Fueled by surging commodity and energy price, the Toronto Stock Exchange (TSX) outperformed U.S. markets during the first quarter of the year.
In the first three months of 2022, the TSX gained 3% to finish trading at 21,890.16, an all-time high. That was better than the performance of the benchmark S&P 500 index in the U.S., which declined 5% in the first quarter, and the technology heavy Nasdaq index, which is down 10% year to date. Stock markets in Europe and Asia also ended Q1 in the red.
The Toronto Stock Exchange has benefitted from oil and natural gas prices that rose to their highest levels since 2014 following Russia’s invasion of Ukraine and record high prices for commodities and metals ranging from wheat to nickel.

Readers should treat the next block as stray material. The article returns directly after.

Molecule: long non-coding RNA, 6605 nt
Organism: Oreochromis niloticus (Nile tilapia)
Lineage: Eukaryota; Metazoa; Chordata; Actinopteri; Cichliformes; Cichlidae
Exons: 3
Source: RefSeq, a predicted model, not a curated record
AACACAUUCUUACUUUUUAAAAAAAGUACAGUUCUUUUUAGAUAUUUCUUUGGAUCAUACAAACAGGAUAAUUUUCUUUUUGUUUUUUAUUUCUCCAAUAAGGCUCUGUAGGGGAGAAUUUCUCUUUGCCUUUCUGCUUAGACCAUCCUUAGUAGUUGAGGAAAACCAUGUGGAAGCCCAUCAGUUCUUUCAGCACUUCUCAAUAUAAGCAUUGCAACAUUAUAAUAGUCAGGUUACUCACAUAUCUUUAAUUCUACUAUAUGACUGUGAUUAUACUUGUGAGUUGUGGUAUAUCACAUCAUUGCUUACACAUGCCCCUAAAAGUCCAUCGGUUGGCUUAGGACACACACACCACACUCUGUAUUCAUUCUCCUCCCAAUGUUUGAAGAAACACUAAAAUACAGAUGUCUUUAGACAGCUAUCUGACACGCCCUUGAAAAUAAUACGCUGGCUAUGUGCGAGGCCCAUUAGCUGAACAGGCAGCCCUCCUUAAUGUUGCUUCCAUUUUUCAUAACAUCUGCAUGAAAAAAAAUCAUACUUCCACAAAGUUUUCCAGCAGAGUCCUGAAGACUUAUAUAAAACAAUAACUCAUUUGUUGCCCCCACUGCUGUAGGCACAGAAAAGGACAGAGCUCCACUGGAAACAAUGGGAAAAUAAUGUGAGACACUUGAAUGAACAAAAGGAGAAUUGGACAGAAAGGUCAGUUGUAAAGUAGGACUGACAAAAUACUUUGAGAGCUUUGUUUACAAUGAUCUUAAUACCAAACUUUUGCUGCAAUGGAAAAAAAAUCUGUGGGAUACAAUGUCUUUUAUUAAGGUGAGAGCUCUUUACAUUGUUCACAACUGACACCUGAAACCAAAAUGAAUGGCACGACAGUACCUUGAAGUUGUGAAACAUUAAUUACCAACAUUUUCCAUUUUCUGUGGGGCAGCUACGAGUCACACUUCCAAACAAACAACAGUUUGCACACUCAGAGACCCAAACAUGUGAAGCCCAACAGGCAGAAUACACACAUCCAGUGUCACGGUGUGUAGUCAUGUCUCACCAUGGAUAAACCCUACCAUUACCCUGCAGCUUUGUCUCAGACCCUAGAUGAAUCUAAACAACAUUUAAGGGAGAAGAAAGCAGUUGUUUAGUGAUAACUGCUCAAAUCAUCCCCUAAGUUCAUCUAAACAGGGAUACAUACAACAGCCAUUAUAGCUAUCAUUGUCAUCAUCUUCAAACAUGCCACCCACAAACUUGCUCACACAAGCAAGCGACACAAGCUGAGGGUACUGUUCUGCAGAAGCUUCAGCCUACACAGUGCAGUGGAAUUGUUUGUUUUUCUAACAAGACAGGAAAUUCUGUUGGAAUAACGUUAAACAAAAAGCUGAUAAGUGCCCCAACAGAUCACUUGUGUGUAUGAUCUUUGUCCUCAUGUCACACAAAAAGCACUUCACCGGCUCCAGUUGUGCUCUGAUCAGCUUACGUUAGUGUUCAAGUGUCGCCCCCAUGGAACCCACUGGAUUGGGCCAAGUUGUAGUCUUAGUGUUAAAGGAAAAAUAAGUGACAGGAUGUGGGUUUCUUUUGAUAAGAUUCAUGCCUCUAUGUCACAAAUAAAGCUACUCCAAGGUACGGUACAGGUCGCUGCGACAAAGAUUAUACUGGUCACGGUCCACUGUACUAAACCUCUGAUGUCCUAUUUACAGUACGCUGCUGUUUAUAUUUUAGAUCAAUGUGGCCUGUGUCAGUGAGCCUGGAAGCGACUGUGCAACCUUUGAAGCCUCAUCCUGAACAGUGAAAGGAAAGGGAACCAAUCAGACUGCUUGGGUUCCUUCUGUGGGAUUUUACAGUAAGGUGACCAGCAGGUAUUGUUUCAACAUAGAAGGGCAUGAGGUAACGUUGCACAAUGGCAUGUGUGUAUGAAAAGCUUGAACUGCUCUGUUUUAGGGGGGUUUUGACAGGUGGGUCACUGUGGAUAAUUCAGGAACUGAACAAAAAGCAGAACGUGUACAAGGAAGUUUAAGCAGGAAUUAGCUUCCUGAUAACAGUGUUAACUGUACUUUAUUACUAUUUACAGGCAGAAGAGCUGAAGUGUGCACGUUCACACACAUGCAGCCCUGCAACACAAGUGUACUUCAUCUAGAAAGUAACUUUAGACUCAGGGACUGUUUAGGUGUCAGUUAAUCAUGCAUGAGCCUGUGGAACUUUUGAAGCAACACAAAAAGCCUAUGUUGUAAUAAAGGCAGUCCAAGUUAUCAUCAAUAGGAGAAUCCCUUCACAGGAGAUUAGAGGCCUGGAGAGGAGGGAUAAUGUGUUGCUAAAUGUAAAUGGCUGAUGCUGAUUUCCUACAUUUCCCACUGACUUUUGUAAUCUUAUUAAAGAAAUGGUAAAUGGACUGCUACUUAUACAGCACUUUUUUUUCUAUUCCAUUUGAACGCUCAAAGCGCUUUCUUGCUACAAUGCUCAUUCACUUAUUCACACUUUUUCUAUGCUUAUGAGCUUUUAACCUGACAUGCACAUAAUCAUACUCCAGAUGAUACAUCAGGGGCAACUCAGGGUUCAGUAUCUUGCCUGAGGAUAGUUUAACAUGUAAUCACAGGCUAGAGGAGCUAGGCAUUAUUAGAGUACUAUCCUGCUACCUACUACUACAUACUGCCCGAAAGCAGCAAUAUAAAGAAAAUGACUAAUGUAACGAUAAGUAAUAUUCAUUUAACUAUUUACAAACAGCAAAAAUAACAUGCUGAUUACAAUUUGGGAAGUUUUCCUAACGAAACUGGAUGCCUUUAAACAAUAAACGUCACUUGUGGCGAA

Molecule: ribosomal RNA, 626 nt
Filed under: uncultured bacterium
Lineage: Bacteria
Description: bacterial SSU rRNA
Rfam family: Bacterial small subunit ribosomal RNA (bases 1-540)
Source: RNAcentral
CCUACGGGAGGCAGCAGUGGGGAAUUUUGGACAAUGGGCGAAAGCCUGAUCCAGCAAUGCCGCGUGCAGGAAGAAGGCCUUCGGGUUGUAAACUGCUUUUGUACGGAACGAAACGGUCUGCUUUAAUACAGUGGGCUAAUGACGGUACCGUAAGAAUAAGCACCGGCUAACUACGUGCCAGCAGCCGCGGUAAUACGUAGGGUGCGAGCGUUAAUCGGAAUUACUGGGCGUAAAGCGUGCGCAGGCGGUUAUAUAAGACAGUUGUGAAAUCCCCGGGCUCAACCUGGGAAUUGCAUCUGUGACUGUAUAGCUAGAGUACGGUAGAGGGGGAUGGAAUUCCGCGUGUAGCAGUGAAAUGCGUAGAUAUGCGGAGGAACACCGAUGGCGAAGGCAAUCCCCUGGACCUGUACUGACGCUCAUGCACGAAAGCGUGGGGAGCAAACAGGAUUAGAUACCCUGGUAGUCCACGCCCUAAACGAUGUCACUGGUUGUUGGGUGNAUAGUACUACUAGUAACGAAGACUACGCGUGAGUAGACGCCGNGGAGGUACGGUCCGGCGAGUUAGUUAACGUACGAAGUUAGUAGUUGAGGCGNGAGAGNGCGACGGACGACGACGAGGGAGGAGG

Canada is a net exporter of energy, agriculture, and metals, all of which surged in the first quarter after war broke out in Europe. That helped to counter domestic issues at home in the first quarter that included the Omicron variant of Covid-19, and the Bank of Canada raising interest rates to cool off inflation that is running at a 30-year high.
The last time the TSX outperformed the S&P 500 index was in 2016. Historically, the Toronto stock market has lagged the performance of U.S. markets.
Elsewhere around the world, the Hang Seng index in Hong Kong finished trading in the first quarter down 5%, while Germany’s Dax index declined 10% in Q1. The FTSE 100 index in England is flat on the year.